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Trade namesStivarga, Regonix
Other namesBAY 73-4506
  • 4-[4-({[4-Chloro-3-(trifluoromethyl)phenyl]carbamoyl}amino)-3-fluorophenoxy]-N-methylpyridine-2-carboxamide hydrate
Clinical data
Drug classProtein kinase inhibitor[1]
Main usesColorectal cancer, gastrointestinal stromal tumors (GIST), hepatocellular cancer[2]
Side effectsPain, tiredness, rash, diarrhea, infection, high blood pressure[1]
  • AU: D
  • US: D (Evidence of risk)
Routes of
By mouth
Typical dose160 mg OD[3]
External links
License data
Legal status
Protein binding99.5%
MetabolismHepatic (UGT1A9-mediated)
Elimination half-life20-30 hours
ExcretionFeces (71%), urine (19%)
Chemical and physical data
Molar mass482.82 g·mol−1
3D model (JSmol)
  • CNC(=O)c1cc(ccn1)Oc2ccc(c(c2)F)NC(=O)Nc3ccc(c(c3)C(F)(F)F)Cl
  • InChI=1S/C21H15ClF4N4O3/c1-27-19(31)18-10-13(6-7-28-18)33-12-3-5-17(16(23)9-12)30-20(32)29-11-2-4-15(22)14(8-11)21(24,25)26/h2-10H,1H3,(H,27,31)(H2,29,30,32)

Regorafenib, sold under the brand name Stivarga among others, is a medication used to treat colorectal cancer, gastrointestinal stromal tumors (GIST), and hepatocellular cancer.[2] It is used after other treatments have failed.[2] It is taken by mouth.[2]

Common side effects include pain, tiredness, rash, diarrhea, infection, and high blood pressure.[1] Other side effects may include liver problems, bleeding, and gastrointestinal perforation.[1] It is a protein kinase inhibitor including the VEGF receptors and FGF receptors.[1][2]

Regorafenib was approved for medical use in the United States in 2012 and Europe in 2013.[2][1] In the United Kingdom 4 weeks of treatment costs the NHS about £3,750 as of 2021.[3] In the United States this amount costs about 19,600 USD.[4]

Medical uses

Colorectal cancer

Regorafenib demonstrated to increase the overall survival of patients with metastatic colorectal cancer[5] and has been approved by the US FDA on September 27, 2012.[6]

After a manufacturer's appeal Regorafenib was restored to the list of treatments funded by the English Cancer Drugs Fund.[7]

Gastrointestinal stromal tumours

On February 25, 2013 the US FDA expanded the approved use to treat patients with advanced gastrointestinal stromal tumors that cannot be surgically removed and no longer respond to other FDA-approved treatments for this disease. In a clinical study with 199 patients regorafenib treated patients had a delay in tumor growth (progression-free survival) that was, on average, 3.9 months longer than patients who were given placebo.[8]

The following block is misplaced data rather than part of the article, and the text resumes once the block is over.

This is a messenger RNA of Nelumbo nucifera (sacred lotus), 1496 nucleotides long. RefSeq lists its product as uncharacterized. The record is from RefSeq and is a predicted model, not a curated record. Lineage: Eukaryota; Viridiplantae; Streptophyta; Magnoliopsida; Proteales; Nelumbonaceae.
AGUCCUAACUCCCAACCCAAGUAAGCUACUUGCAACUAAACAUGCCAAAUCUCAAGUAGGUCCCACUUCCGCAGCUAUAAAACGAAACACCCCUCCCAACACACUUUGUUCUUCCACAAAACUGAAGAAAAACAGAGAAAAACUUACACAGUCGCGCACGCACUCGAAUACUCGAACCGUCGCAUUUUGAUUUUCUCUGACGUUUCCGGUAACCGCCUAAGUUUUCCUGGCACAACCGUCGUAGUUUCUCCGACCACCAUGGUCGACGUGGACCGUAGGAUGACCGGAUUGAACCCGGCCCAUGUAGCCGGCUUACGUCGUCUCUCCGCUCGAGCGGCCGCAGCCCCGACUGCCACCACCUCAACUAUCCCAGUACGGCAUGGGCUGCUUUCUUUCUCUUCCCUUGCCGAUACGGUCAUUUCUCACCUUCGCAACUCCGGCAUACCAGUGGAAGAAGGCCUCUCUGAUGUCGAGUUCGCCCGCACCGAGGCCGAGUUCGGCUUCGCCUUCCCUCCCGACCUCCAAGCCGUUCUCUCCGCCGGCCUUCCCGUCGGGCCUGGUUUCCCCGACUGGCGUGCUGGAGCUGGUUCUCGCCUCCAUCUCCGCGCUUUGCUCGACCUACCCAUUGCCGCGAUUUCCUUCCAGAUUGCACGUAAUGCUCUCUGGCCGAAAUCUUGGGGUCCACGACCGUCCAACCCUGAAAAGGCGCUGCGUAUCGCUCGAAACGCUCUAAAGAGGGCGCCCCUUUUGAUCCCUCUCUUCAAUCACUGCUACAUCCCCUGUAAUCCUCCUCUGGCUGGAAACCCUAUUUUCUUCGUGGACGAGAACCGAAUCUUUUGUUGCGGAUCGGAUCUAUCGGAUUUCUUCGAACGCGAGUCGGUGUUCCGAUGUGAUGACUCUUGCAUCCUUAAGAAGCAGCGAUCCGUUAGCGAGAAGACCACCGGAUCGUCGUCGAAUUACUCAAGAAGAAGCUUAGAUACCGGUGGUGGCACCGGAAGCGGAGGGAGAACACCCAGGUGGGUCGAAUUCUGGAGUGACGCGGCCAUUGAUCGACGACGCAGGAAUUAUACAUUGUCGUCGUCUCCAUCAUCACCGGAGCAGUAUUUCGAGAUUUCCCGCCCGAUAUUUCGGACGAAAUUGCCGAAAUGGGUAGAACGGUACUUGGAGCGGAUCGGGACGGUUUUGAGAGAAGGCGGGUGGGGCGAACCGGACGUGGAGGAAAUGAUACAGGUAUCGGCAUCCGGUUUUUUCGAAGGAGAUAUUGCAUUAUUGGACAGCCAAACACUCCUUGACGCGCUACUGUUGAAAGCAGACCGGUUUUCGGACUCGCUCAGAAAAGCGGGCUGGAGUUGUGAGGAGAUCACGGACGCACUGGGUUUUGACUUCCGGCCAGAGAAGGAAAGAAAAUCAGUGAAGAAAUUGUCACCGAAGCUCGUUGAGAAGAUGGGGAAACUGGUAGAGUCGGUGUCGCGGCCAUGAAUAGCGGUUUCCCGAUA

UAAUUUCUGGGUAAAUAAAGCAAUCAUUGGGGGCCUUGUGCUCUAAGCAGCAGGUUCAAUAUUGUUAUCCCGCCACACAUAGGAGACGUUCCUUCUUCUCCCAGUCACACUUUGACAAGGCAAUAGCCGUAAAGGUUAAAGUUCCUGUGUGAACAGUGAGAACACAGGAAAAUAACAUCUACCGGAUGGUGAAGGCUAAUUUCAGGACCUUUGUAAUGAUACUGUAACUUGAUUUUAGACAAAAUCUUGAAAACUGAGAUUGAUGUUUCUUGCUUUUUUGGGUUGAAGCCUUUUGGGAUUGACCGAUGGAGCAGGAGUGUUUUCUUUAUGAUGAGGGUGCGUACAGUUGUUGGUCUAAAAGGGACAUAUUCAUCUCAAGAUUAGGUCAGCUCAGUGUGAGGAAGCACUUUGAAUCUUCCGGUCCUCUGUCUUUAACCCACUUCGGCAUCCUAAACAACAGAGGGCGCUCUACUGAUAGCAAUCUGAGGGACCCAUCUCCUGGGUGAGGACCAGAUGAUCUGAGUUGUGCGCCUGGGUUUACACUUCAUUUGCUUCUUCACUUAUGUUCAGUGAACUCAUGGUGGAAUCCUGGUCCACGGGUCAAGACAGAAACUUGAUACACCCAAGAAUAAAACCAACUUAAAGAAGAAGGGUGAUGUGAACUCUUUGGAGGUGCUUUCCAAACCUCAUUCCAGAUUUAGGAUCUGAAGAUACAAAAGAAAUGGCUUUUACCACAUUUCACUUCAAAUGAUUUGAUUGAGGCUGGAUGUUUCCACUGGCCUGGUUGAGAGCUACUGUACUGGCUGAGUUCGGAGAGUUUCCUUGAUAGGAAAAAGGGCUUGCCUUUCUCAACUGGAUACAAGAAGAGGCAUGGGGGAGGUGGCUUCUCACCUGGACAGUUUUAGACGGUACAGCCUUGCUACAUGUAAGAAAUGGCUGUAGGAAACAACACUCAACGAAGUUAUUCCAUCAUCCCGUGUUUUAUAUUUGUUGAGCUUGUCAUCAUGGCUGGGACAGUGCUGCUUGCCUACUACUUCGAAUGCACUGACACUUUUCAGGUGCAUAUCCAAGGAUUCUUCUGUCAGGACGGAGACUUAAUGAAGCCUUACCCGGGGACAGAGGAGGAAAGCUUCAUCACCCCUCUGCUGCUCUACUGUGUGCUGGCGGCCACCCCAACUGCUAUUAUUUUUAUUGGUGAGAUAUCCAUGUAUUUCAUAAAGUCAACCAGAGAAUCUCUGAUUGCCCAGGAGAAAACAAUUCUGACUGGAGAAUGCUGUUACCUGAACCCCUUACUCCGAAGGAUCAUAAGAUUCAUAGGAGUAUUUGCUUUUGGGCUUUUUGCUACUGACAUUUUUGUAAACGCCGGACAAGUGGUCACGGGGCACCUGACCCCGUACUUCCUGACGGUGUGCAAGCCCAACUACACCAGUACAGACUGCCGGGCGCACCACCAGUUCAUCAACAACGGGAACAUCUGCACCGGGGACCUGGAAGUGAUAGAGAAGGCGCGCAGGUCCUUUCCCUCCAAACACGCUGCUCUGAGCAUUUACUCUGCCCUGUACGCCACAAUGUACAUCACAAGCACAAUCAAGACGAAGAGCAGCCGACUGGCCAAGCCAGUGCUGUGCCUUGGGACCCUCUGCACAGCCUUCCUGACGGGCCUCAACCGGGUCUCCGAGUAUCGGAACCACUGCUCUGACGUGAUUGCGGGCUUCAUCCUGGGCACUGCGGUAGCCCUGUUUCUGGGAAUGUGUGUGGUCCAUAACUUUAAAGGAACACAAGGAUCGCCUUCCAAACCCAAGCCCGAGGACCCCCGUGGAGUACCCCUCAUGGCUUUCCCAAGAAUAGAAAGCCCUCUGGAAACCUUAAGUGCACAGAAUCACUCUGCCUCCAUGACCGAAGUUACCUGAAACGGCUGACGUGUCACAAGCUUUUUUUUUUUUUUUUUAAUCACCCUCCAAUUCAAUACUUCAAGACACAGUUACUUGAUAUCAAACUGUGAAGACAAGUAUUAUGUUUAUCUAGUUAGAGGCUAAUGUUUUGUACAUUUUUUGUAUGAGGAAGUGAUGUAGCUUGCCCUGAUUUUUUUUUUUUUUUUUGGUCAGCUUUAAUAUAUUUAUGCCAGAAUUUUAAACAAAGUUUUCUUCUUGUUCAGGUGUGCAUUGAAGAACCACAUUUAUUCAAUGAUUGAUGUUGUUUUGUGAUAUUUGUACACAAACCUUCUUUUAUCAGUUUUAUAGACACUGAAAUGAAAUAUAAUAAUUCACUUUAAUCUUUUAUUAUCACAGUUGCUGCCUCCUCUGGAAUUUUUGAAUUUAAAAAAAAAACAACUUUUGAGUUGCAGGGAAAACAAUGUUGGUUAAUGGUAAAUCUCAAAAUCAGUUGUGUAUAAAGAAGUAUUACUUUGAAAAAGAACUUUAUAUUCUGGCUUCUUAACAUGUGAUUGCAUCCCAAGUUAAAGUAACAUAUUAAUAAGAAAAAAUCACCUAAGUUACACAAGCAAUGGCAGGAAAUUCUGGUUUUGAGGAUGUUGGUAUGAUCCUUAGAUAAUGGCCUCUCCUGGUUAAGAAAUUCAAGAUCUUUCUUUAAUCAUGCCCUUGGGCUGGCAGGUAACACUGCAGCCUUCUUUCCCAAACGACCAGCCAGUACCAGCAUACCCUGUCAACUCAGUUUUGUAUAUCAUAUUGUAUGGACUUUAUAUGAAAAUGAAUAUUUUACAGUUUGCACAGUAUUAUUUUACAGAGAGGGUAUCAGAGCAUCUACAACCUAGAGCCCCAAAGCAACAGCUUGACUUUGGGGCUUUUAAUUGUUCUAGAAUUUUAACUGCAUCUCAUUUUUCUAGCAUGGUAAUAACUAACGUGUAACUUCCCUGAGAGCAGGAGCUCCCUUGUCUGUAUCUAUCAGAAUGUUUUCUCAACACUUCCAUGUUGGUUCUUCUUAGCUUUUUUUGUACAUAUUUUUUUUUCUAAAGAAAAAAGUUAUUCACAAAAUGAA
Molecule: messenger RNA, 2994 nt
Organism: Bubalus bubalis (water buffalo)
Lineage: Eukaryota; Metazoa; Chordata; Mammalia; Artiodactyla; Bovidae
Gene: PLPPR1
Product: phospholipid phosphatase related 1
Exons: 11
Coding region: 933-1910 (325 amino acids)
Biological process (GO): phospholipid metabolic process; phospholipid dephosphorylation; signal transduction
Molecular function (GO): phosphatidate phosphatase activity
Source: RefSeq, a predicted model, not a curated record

Hepatocellular carcinoma

On November 29, 2018 the National Institute for Health and Care Excellence (NICE) approved use of regorafenib in patients with advanced hepatocellular carcinoma who were previously treated with sorafenib.[9]


It is taken for 21 days out of 28 days at a dose of 160 mg per day.[3]

Side effects

Regorafenib is being approved with a Boxed Warning alerting patients and health care professionals that severe and fatal liver toxicity occurred in patients treated with regorafenib during clinical studies. Serious side effects, which occurred in less than one percent of patients, were liver damage, severe bleeding, blistering and peeling of skin, very high blood pressures requiring emergency treatment, heart attacks and perforations (holes) in the intestines. The most common side effects reported in patients treated with regorafenib include weakness or fatigue, loss of appetite, hand-foot syndrome (also called palmar-plantar erythrodysesthesia), diarrhoea, mouth sores (mucositis), weight loss, infection, high blood pressure, and changes in voice volume or quality (dysphonia).[10]

Mechanism of action

Regorafenib inhibits several molecular pathways by targeting angiogenic, stromal, oncogenic and intracellular kinases[11]

Regorafenib and at least one of its analogs, sorafenib, are potent inhibitors of Soluble epoxide hydrolase (sEH).[12]